Prosecards from the Edge (of a Continent)

A running commentary on my life in Izmir, Turkey...and other thoughts.

Tuesday, July 03, 2007

Bathing Suits and Ballot Boxes

The elections are coming.

Summer is in full swing, and people are abandoning the city in droves and heading to their summer homes on the brilliant white beaches of Ceşme. The weather is so fine, the atmosphere so lovely and relaxed down Ceşme way, it's almost enough to fool you into thinking that all is well and the world is a carefree place of sea, sand, sun and sandwiches.

But the elections are coming, just a few weeks now, and people are expected to turn out in record numbers. Perhaps with sand still clinging to their bare feet, and the scent of sea brine on the skin, but they will be there.

In this election the Turkish people will vote in a new parliament, which will in turn select a new president. A random survey of Turks I know produced feelings ranging from ambivalence to nonchalance to extreme concern and blackest pessimism over the current state of the country and probable outcome of the elections.

Turkey is between a rock and a hard place: like the U.S., it is effectively a two-party system (there are other parties, but they don't count for much). The most powerful party -- and, it must be said, the party that has actually been the most effective in getting things done in a long time -- also happens to be conservative and religious. Liberals fear these people are laying the groundwork for an Islamic state and are slowly and methodically lining up all their chess pieces to get the country to a definitive 'check mate' somewhere down the road.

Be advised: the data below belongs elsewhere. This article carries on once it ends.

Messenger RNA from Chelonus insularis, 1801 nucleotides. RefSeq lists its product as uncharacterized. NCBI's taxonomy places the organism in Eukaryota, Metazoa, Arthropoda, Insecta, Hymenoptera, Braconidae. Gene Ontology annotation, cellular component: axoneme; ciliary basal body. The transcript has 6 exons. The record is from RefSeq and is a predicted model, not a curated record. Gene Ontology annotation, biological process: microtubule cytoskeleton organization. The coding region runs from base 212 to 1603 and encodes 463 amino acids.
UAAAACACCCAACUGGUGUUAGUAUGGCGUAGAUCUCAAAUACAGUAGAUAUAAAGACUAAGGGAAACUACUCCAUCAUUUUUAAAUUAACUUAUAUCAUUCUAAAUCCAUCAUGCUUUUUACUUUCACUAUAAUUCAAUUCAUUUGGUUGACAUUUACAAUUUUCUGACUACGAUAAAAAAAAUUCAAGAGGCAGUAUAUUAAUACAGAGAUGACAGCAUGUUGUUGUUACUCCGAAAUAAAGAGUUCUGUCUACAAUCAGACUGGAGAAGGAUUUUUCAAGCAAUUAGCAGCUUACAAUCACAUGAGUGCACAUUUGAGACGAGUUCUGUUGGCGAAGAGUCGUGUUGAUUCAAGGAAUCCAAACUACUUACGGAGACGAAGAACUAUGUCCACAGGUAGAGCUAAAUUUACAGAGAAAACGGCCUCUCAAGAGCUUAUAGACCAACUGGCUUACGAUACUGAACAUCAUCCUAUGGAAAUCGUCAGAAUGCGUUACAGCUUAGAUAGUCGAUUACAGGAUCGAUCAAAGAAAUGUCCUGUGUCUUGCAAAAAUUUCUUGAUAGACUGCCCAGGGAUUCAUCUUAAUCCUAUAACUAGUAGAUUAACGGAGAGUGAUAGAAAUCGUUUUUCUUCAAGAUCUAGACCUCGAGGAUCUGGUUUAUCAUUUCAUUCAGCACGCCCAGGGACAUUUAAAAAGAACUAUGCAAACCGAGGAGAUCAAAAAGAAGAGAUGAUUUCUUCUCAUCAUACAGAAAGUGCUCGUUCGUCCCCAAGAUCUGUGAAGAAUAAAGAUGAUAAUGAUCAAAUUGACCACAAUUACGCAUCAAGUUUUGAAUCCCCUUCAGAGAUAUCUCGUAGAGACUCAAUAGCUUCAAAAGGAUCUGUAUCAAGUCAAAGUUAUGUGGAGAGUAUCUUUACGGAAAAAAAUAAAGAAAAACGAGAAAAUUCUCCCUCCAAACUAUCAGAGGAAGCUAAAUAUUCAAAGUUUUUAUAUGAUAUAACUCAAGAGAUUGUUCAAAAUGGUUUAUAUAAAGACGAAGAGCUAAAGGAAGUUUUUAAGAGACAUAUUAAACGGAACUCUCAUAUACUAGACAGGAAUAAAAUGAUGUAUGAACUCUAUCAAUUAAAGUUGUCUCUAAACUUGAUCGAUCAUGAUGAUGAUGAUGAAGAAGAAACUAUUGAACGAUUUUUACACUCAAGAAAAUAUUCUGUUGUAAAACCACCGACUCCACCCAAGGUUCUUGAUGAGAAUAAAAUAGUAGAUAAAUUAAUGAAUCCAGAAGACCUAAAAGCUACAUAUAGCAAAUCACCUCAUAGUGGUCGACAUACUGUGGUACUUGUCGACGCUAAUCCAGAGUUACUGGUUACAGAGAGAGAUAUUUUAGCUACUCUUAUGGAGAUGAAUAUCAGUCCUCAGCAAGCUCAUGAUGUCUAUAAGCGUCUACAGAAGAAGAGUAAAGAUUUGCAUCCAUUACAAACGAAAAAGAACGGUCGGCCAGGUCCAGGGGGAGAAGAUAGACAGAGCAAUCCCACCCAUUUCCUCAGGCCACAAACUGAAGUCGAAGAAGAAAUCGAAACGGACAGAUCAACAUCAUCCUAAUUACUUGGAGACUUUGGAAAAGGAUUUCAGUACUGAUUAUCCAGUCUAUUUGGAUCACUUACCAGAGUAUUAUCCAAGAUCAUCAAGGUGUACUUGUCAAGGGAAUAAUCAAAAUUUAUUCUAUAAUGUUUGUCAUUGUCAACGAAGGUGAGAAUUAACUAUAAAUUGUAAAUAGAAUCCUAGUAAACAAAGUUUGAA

On the other hand, no one loves the opposition party. The opposition presidential candidate -- well, calling him 'opposition' is a bit of a joke, because throughout his very long career in politics, the man's entire track record consists of opposition. All he has ever done is oppose. He has produced no initiatives, brought about no positive gain for the country...does anyone really want a mere naysayer with no goals and ideals of his own in the presidential office?

It's a pretty poor choice the people are left with. Interesting, too, because in this case it is actually the Islamic party representing progress (though who knows how far it will go). I suspect the religious side will win. On the one hand, great. They've done some good. I certainly appreciate the fact that Turkey's wildly escalating currency is finally a thing of past, and I don't have to keep track of all those zeros any more. On the other hand, it's just too dang hot to wear the hijab.

So let me raise my Conservative Party Cocktail -- ingredients: two parts booze, three parts tax (and that's supermarket price, not bar price) and a dash of disapprobation -- and drink to all things in moderation.


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